North Korea invites U.S. envoy for nuclear talks

Society Materials 26 August 2009 06:41 (UTC +04:00)

North Korea has invited the U.S. envoy overseeing ties with the prickly state to visit for nuclear talks next month, South Korean media said on Tuesday, as the United States pushes sanctions against Pyongyang, Reuters reported.

Reclusive North Korea, which has made a series of rare conciliatory gestures this month, also agreed to hold talks with South Korea from Wednesday on resuming reunions of families separated by the 1950-1953 Korean War.

Pyongyang stopped the reunions almost two years ago in anger at the hard-line policies of the South's conservative government, which halted unconditional aid handouts and linked its largess to the North ending its nuclear arms ambitions.

Analysts say the North may be softening its tone with Washington and Seoul in an attempt to ease pressure on its coffers, depleted by U.N. sanctions for its nuclear test in May and facing the threat of a poor harvest.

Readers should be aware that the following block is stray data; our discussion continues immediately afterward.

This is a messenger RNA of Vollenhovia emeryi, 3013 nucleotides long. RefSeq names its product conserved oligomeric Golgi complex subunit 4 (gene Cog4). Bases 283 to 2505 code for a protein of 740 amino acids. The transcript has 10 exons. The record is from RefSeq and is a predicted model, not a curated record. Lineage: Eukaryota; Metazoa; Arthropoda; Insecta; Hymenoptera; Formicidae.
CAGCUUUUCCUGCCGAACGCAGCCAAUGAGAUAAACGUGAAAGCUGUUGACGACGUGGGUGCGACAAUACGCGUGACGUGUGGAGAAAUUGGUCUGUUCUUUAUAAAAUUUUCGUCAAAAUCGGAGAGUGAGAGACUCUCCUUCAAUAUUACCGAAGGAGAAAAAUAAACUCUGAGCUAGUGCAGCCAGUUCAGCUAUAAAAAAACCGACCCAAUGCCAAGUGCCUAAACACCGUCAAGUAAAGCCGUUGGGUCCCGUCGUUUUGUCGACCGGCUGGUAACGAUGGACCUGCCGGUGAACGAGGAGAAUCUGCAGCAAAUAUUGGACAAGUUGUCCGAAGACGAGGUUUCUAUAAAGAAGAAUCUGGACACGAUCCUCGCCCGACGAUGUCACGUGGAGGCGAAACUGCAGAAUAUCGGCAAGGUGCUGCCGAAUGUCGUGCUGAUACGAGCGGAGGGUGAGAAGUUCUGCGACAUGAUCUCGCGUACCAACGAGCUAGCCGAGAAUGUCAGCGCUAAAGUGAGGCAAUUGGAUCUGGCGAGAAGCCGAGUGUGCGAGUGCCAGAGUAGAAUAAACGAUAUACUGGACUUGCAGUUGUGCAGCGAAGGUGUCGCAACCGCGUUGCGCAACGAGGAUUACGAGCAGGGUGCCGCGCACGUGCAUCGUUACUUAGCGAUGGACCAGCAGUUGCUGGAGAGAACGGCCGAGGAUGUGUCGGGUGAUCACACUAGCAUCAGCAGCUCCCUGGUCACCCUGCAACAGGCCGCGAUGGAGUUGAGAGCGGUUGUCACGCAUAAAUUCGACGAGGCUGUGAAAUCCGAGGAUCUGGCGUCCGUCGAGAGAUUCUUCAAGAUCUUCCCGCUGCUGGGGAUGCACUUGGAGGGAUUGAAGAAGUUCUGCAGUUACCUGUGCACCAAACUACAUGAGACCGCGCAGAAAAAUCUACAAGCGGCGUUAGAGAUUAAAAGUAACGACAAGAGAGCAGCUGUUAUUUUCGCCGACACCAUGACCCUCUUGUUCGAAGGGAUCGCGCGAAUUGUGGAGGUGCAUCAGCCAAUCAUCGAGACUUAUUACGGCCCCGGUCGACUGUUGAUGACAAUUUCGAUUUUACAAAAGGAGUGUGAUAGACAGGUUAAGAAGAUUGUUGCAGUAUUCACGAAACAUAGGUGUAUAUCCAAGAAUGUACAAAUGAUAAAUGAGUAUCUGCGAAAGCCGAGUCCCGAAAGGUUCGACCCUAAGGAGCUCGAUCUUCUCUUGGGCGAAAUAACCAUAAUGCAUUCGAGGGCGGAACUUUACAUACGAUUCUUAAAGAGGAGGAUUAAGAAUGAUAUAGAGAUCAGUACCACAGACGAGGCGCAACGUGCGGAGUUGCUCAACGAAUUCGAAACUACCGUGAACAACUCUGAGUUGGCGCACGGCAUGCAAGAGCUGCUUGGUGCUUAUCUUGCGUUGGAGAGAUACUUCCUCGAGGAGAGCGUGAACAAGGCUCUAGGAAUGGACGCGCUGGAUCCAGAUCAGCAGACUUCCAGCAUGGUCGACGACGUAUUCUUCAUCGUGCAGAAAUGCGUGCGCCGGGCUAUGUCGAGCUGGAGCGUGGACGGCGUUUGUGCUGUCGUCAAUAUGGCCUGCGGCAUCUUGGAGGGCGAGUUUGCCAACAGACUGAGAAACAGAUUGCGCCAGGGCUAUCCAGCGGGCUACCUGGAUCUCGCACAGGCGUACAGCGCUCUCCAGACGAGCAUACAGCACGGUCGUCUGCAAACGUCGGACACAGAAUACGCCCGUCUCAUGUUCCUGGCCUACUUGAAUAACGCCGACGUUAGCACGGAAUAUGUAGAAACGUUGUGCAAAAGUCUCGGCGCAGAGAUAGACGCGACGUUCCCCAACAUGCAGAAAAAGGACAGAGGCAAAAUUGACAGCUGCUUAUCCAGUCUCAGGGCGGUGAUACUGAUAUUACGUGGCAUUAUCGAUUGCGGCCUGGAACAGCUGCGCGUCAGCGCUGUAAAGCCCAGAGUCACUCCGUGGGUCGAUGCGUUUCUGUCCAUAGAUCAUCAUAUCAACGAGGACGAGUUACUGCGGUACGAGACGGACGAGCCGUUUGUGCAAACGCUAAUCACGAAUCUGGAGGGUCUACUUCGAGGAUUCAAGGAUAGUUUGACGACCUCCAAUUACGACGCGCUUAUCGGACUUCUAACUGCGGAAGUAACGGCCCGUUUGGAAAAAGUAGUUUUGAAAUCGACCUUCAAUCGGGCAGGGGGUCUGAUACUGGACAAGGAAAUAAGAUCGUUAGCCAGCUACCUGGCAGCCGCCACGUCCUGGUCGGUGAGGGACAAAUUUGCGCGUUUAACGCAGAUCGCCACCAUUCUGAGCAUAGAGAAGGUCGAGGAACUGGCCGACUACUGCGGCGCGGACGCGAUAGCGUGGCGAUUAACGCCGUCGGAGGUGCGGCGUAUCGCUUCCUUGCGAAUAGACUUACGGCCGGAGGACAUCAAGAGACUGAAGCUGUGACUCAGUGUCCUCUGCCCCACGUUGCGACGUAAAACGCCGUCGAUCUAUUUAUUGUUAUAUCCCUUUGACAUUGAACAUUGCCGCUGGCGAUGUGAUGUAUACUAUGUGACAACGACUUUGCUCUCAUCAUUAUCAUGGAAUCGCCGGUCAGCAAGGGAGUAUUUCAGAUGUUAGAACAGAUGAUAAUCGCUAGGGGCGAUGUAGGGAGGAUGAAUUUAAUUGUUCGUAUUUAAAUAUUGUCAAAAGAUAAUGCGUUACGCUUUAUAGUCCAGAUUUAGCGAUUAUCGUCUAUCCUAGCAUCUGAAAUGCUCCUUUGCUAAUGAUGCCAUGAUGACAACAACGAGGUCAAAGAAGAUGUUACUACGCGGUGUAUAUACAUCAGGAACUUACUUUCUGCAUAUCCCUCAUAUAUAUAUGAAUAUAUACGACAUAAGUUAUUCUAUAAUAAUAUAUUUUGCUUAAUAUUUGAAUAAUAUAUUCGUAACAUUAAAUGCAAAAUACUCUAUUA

U.S. envoy Stephen Bosworth would lead a delegation first traveling to South Korea, China and Japan to discuss stalled six-way disarmament-for-aid talks with the North before heading to Pyongyang, the JoongAng Ilbo newspaper said, citing a senior diplomatic source in Washington.

It would mark the first official nuclear talks between North Korea and the Obama administration.

A U.S. official declined to say whether the United States had received an invitation from the North and said there are no specific plans for Bosworth to visit the region.

"We are focusing right now on consulting with other countries, but there is not any specific scheduled travel yet," said the official, who spoke on condition he not be named.